I vaguely remembered telling Zara that I was going to try and keep it together. And I was trying. But my breath was coming out hard and rough, beating up on my lungs and bruising my throat on its way out into the open. “I’m sorry,” I managed, while she massaged the back of my shoulders with her stern, welcome fingers.
“I’ll tell you what we used to do. We used to go out to the stream sometimes and set nets to pretend to catch eels. But we didn’t even try, we were just lying around in the grass and smoking pot and talking shit. Maybe we shot a few cans with bb guns. Then in February the gypsy carnival used to show up. Same one we get in Burndale in March. Right? It was a big deal here though. Everybody went. And all the girls would end up walking around in all those tie-dyed; beaded fashions the chick with the tattoos was selling. We were walking around with candy floss on sticks like flowers, little toffee-apple sceptres. And there was just literally nobody who wasn’t there.”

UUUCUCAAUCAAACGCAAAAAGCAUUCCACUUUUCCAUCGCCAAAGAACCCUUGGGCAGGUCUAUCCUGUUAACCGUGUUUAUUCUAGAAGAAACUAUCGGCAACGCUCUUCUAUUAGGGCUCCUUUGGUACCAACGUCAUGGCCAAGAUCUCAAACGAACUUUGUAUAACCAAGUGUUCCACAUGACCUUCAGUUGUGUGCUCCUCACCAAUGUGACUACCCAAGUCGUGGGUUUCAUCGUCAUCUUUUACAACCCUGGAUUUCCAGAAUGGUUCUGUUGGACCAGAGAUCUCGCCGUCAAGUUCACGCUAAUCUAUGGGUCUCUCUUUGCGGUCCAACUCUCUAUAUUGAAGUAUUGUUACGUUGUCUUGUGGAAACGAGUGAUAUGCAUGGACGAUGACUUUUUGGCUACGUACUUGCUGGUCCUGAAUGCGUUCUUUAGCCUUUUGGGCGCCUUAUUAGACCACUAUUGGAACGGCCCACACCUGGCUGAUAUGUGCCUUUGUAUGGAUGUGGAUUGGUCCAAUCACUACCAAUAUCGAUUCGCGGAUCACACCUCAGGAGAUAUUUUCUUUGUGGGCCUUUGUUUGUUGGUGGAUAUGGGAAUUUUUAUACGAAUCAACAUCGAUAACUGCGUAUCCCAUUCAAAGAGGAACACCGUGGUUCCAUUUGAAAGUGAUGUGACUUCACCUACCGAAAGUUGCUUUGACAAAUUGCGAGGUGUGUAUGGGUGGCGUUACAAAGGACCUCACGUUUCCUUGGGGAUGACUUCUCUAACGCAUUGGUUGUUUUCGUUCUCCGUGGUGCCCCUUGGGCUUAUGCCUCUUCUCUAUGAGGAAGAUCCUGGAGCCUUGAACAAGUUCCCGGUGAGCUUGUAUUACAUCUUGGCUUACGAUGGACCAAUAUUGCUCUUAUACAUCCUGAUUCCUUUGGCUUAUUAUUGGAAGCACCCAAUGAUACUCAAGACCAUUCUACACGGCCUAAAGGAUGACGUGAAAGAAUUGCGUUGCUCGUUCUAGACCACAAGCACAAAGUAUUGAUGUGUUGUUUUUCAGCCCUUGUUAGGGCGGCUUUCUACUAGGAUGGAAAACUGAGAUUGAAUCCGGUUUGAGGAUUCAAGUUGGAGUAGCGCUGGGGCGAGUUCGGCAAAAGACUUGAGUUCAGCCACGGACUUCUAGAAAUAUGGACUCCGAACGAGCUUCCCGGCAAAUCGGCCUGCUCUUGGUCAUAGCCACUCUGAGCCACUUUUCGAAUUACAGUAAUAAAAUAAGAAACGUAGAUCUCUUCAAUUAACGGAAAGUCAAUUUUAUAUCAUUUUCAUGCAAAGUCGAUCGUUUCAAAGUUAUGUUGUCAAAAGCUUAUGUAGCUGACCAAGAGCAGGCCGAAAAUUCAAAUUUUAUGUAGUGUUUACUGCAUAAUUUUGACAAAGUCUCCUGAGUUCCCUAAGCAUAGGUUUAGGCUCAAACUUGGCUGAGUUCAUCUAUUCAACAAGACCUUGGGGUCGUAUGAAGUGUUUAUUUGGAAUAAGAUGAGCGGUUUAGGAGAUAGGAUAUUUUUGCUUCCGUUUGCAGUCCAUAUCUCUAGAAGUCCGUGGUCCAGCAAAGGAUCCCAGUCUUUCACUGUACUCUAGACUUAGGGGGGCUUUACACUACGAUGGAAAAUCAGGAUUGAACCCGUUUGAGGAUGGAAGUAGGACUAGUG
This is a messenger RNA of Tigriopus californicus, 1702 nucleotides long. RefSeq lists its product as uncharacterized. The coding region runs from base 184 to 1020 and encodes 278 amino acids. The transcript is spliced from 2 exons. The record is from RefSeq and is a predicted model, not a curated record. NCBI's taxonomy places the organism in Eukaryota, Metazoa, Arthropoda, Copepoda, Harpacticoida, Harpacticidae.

“It sounds amazing.”
I’m not sure if she meant it or not. Her fingers dug into my shoulder blades, finding the empty, taut places.
“I’m good to go,” I said.
“Okay, let me drive for a bit.”
I didn’t argue. This was still the time not to be arguing with your girlfriend.
Picture credit/discredit: author's own work.